Working with a virtual team is not the easiest thing. For all the advantages it offers, such as flexibility and lower employee costs, interdependent online working has several challenges too.
Virtual teams leave more room for misunderstandings and miscommunication, decreased productivity and accountability, and team members often don’t feel like they are part of a “real team.” Despite these issues , virtual teams have become an integral part of modern business, so what can you do, as a leader, to better manage them? What steps can you take to make sure that productivity and efficiency are not compromised?
Here are some of the best practices for managing virtual teams that every leader can make use of:
- Have a face-to-face meeting early on
Just because it’s a virtual team doesn’t mean you never get to meet the people you work with in real life. Face-to-face communication has a lot of advantages that your team will surely benefit from, even if it cannot happen every day.
If you get your team together for a face-to-face meeting early on at the start of the project, it can help foster trust in each other and build better and healthier professional relationships.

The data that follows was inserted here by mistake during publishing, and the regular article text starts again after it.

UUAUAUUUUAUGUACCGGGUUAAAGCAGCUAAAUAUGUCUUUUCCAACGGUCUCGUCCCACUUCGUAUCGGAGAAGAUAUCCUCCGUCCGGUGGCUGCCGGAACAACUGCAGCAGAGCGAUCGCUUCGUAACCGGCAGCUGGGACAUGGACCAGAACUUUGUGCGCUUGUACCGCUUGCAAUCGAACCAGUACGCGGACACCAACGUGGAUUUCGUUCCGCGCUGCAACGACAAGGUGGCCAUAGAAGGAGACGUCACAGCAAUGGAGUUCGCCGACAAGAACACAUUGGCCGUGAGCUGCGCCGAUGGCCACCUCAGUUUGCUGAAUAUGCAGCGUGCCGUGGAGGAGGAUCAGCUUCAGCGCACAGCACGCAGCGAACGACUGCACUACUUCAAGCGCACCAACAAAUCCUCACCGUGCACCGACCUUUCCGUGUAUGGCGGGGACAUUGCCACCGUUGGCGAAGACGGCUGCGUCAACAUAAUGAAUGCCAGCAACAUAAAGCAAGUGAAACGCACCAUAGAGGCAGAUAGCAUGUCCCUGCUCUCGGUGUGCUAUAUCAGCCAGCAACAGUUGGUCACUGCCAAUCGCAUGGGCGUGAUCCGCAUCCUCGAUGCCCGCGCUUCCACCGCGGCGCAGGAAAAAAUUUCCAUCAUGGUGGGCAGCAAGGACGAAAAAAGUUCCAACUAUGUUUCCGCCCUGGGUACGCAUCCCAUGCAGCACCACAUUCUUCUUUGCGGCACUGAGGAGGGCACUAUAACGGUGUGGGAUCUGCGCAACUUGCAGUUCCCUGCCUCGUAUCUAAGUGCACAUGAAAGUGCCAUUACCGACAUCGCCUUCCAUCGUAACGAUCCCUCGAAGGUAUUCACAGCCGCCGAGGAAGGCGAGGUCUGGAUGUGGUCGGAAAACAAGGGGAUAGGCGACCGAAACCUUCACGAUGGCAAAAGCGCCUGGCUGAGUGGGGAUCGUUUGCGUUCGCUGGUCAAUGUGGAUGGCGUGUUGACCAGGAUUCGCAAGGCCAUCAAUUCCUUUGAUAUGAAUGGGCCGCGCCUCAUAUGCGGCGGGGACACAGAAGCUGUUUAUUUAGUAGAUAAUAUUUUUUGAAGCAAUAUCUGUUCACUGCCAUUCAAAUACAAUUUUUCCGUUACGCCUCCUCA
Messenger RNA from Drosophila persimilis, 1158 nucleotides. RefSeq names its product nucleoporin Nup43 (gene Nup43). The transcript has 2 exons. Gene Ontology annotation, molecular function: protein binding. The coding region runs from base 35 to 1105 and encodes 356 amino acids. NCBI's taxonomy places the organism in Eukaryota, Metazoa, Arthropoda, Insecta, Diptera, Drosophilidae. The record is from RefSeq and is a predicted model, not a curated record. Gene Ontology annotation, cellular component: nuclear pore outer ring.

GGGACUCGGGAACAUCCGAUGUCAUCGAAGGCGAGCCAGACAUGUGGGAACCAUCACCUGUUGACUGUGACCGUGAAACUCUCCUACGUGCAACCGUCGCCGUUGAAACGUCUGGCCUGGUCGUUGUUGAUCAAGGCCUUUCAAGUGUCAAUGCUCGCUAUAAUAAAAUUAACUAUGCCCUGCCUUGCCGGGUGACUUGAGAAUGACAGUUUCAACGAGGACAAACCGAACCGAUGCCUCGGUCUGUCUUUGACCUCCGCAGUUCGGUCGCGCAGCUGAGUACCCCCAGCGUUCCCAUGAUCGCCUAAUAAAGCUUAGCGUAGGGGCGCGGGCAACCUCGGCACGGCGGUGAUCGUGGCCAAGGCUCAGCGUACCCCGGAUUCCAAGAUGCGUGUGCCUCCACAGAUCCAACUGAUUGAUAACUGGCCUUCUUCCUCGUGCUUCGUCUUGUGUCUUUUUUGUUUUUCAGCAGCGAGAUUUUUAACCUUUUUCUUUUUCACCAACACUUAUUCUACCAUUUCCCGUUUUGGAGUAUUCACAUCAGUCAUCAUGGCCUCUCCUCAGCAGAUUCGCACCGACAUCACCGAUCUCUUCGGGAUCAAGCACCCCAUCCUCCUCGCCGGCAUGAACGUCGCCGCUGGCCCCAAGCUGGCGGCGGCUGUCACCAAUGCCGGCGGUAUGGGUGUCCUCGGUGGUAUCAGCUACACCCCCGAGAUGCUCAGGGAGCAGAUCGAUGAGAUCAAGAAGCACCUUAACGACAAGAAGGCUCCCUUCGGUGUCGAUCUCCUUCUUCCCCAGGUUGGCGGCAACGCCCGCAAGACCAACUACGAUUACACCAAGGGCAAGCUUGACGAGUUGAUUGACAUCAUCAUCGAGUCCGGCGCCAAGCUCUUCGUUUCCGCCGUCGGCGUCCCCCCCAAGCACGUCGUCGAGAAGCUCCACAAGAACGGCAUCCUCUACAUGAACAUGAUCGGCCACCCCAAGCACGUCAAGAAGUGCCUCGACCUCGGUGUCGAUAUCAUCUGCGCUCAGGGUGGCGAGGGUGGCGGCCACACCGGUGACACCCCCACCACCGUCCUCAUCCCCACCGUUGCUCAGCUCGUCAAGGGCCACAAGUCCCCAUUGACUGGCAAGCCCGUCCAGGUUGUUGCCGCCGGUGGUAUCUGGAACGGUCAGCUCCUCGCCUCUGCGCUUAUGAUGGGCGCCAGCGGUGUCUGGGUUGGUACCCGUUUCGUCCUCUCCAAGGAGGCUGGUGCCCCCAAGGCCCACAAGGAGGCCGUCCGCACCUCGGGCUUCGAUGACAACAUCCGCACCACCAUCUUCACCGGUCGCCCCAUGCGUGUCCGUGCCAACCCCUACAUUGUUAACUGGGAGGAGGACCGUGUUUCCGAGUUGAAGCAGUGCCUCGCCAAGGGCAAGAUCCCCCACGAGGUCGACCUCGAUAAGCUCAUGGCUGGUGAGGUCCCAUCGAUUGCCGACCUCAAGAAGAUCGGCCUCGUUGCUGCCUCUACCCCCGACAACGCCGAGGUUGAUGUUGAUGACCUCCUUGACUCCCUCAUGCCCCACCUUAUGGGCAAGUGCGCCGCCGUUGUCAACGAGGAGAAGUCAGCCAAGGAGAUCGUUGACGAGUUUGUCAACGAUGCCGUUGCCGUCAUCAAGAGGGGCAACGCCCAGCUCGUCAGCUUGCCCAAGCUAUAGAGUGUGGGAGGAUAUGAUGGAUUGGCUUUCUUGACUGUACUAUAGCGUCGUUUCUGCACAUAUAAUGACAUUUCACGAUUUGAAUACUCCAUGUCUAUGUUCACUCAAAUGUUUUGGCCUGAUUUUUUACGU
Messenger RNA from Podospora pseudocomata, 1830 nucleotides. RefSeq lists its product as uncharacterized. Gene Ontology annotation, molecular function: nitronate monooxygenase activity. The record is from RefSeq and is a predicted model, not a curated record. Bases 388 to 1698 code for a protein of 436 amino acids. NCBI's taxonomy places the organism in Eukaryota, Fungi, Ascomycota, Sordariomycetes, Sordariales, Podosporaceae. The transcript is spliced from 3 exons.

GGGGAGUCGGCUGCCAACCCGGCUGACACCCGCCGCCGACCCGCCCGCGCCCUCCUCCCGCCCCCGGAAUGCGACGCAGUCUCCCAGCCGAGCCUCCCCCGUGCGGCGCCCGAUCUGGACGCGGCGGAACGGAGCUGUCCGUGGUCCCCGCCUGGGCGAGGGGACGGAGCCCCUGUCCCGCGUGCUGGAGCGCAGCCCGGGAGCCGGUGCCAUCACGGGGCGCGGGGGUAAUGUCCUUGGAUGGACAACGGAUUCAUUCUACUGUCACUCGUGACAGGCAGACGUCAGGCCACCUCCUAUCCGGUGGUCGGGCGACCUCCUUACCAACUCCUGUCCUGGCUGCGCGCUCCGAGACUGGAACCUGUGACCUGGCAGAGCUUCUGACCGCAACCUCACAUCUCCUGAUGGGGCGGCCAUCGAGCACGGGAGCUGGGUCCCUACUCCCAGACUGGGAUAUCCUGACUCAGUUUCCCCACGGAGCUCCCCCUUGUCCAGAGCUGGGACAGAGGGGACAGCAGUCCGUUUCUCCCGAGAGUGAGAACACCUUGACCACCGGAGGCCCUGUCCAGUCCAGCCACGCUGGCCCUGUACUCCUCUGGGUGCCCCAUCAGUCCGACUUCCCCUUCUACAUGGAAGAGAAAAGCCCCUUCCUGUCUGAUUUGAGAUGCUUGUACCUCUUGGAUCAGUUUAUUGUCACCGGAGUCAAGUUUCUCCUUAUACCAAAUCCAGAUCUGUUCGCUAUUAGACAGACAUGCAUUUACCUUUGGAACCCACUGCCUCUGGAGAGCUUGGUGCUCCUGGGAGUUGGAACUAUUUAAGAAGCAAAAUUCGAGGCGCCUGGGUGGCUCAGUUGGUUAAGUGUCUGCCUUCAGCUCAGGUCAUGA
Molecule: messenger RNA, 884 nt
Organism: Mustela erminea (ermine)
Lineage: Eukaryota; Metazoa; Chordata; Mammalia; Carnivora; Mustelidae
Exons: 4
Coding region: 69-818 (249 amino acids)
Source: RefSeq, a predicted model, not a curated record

Actually, meeting the people you work with online can help you make you feel more like you are working in a team and establish that all of you are working interdependently towards a shared goal. If possible, schedule in-person meetings annually or semi-annually.
- Invest in the right communication and management tools
Today, virtual teams are made possible thanks to the availability of a plethora of communication and management tools. While it is easy to get carried away and choose the latest tools, remember that it’s smarter to pick tools that work for everyone on the team, and these may not always be ones that have the most features or are the most expensive. There is no point in investing in communication and management systems if you are sacrificing reliability and efficiency.
Also, establishing multiple communication tools is essential. For example, which should you use for urgent messages? Which should you use for your daily, regular exchanges?
- Build some form of routine and structure for the team
Working remotely from different places means that it can be easy to be disconnected from team members and work at your own pace. While giving team members enough freedom is important, it is equally critical to remind them that you are a team collaborating on a shared vision.
So, to instill some sense of routine and structure, make sure to have regular online meetings, preferably video conferences, the same time and day every week. This gives the team something they can be familiar with even when working remotely, and this can significantly reduce stress. Remember to share the meeting agenda, timings, and communication protocols before each session.
- Check-in with each other at the start of every meeting